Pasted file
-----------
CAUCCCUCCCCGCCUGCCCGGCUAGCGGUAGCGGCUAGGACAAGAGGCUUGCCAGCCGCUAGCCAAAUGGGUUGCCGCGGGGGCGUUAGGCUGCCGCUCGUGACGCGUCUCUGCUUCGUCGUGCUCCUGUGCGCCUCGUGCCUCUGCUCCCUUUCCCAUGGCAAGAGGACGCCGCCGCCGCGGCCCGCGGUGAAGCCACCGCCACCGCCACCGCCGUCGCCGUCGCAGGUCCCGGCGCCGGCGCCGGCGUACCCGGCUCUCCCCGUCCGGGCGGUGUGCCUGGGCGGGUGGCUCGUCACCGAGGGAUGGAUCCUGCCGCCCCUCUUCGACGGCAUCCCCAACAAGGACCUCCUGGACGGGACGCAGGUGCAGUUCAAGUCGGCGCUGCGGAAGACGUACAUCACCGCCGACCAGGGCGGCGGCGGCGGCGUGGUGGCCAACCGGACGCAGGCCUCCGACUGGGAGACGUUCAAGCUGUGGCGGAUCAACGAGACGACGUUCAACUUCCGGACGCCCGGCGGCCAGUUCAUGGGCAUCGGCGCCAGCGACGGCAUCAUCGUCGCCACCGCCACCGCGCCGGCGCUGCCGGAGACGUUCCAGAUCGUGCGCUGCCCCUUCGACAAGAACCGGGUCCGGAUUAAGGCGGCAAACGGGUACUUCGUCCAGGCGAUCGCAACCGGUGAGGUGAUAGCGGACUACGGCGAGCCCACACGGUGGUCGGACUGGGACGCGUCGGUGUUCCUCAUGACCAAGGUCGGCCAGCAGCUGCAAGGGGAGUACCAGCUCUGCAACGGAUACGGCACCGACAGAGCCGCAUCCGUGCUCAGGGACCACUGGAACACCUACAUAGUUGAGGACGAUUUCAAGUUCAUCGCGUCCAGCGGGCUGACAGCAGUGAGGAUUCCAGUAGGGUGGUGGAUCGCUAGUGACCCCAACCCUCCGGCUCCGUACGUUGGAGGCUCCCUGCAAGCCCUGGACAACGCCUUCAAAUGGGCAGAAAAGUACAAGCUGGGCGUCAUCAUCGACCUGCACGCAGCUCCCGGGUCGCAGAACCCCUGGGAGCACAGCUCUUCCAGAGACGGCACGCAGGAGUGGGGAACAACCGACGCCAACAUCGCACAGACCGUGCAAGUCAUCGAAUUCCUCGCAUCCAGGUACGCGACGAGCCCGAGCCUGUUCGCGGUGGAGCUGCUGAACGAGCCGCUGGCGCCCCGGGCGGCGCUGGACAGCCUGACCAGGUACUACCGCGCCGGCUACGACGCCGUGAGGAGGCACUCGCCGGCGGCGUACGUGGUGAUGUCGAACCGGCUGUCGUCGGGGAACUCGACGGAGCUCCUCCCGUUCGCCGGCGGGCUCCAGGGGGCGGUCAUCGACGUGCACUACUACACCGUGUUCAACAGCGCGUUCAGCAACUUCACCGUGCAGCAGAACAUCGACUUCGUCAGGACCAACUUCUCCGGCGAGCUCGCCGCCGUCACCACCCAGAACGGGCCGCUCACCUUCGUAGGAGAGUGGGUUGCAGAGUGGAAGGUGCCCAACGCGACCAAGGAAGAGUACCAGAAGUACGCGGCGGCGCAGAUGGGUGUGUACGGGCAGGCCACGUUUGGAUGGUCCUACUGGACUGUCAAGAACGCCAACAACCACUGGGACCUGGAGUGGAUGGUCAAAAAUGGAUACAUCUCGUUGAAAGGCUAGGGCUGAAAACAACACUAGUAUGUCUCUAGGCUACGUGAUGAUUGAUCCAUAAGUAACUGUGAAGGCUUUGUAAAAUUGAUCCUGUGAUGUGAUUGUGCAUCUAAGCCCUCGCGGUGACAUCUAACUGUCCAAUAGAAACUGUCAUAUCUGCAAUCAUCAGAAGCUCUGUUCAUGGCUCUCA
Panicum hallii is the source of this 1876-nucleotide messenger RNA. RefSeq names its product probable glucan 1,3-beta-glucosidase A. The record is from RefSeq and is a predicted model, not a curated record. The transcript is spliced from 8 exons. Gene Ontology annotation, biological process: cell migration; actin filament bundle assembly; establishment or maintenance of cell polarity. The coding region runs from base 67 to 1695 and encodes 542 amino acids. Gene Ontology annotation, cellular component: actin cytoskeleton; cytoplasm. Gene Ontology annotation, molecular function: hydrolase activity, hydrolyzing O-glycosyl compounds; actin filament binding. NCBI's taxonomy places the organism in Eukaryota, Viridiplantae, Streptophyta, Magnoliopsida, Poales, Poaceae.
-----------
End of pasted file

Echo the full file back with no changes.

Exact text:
CAUCCCUCCCCGCCUGCCCGGCUAGCGGUAGCGGCUAGGACAAGAGGCUUGCCAGCCGCUAGCCAAAUGGGUUGCCGCGGGGGCGUUAGGCUGCCGCUCGUGACGCGUCUCUGCUUCGUCGUGCUCCUGUGCGCCUCGUGCCUCUGCUCCCUUUCCCAUGGCAAGAGGACGCCGCCGCCGCGGCCCGCGGUGAAGCCACCGCCACCGCCACCGCCGUCGCCGUCGCAGGUCCCGGCGCCGGCGCCGGCGUACCCGGCUCUCCCCGUCCGGGCGGUGUGCCUGGGCGGGUGGCUCGUCACCGAGGGAUGGAUCCUGCCGCCCCUCUUCGACGGCAUCCCCAACAAGGACCUCCUGGACGGGACGCAGGUGCAGUUCAAGUCGGCGCUGCGGAAGACGUACAUCACCGCCGACCAGGGCGGCGGCGGCGGCGUGGUGGCCAACCGGACGCAGGCCUCCGACUGGGAGACGUUCAAGCUGUGGCGGAUCAACGAGACGACGUUCAACUUCCGGACGCCCGGCGGCCAGUUCAUGGGCAUCGGCGCCAGCGACGGCAUCAUCGUCGCCACCGCCACCGCGCCGGCGCUGCCGGAGACGUUCCAGAUCGUGCGCUGCCCCUUCGACAAGAACCGGGUCCGGAUUAAGGCGGCAAACGGGUACUUCGUCCAGGCGAUCGCAACCGGUGAGGUGAUAGCGGACUACGGCGAGCCCACACGGUGGUCGGACUGGGACGCGUCGGUGUUCCUCAUGACCAAGGUCGGCCAGCAGCUGCAAGGGGAGUACCAGCUCUGCAACGGAUACGGCACCGACAGAGCCGCAUCCGUGCUCAGGGACCACUGGAACACCUACAUAGUUGAGGACGAUUUCAAGUUCAUCGCGUCCAGCGGGCUGACAGCAGUGAGGAUUCCAGUAGGGUGGUGGAUCGCUAGUGACCCCAACCCUCCGGCUCCGUACGUUGGAGGCUCCCUGCAAGCCCUGGACAACGCCUUCAAAUGGGCAGAAAAGUACAAGCUGGGCGUCAUCAUCGACCUGCACGCAGCUCCCGGGUCGCAGAACCCCUGGGAGCACAGCUCUUCCAGAGACGGCACGCAGGAGUGGGGAACAACCGACGCCAACAUCGCACAGACCGUGCAAGUCAUCGAAUUCCUCGCAUCCAGGUACGCGACGAGCCCGAGCCUGUUCGCGGUGGAGCUGCUGAACGAGCCGCUGGCGCCCCGGGCGGCGCUGGACAGCCUGACCAGGUACUACCGCGCCGGCUACGACGCCGUGAGGAGGCACUCGCCGGCGGCGUACGUGGUGAUGUCGAACCGGCUGUCGUCGGGGAACUCGACGGAGCUCCUCCCGUUCGCCGGCGGGCUCCAGGGGGCGGUCAUCGACGUGCACUACUACACCGUGUUCAACAGCGCGUUCAGCAACUUCACCGUGCAGCAGAACAUCGACUUCGUCAGGACCAACUUCUCCGGCGAGCUCGCCGCCGUCACCACCCAGAACGGGCCGCUCACCUUCGUAGGAGAGUGGGUUGCAGAGUGGAAGGUGCCCAACGCGACCAAGGAAGAGUACCAGAAGUACGCGGCGGCGCAGAUGGGUGUGUACGGGCAGGCCACGUUUGGAUGGUCCUACUGGACUGUCAAGAACGCCAACAACCACUGGGACCUGGAGUGGAUGGUCAAAAAUGGAUACAUCUCGUUGAAAGGCUAGGGCUGAAAACAACACUAGUAUGUCUCUAGGCUACGUGAUGAUUGAUCCAUAAGUAACUGUGAAGGCUUUGUAAAAUUGAUCCUGUGAUGUGAUUGUGCAUCUAAGCCCUCGCGGUGACAUCUAACUGUCCAAUAGAAACUGUCAUAUCUGCAAUCAUCAGAAGCUCUGUUCAUGGCUCUCA
Panicum hallii is the source of this 1876-nucleotide messenger RNA. RefSeq names its product probable glucan 1,3-beta-glucosidase A. The record is from RefSeq and is a predicted model, not a curated record. The transcript is spliced from 8 exons. Gene Ontology annotation, biological process: cell migration; actin filament bundle assembly; establishment or maintenance of cell polarity. The coding region runs from base 67 to 1695 and encodes 542 amino acids. Gene Ontology annotation, cellular component: actin cytoskeleton; cytoplasm. Gene Ontology annotation, molecular function: hydrolase activity, hydrolyzing O-glycosyl compounds; actin filament binding. NCBI's taxonomy places the organism in Eukaryota, Viridiplantae, Streptophyta, Magnoliopsida, Poales, Poaceae.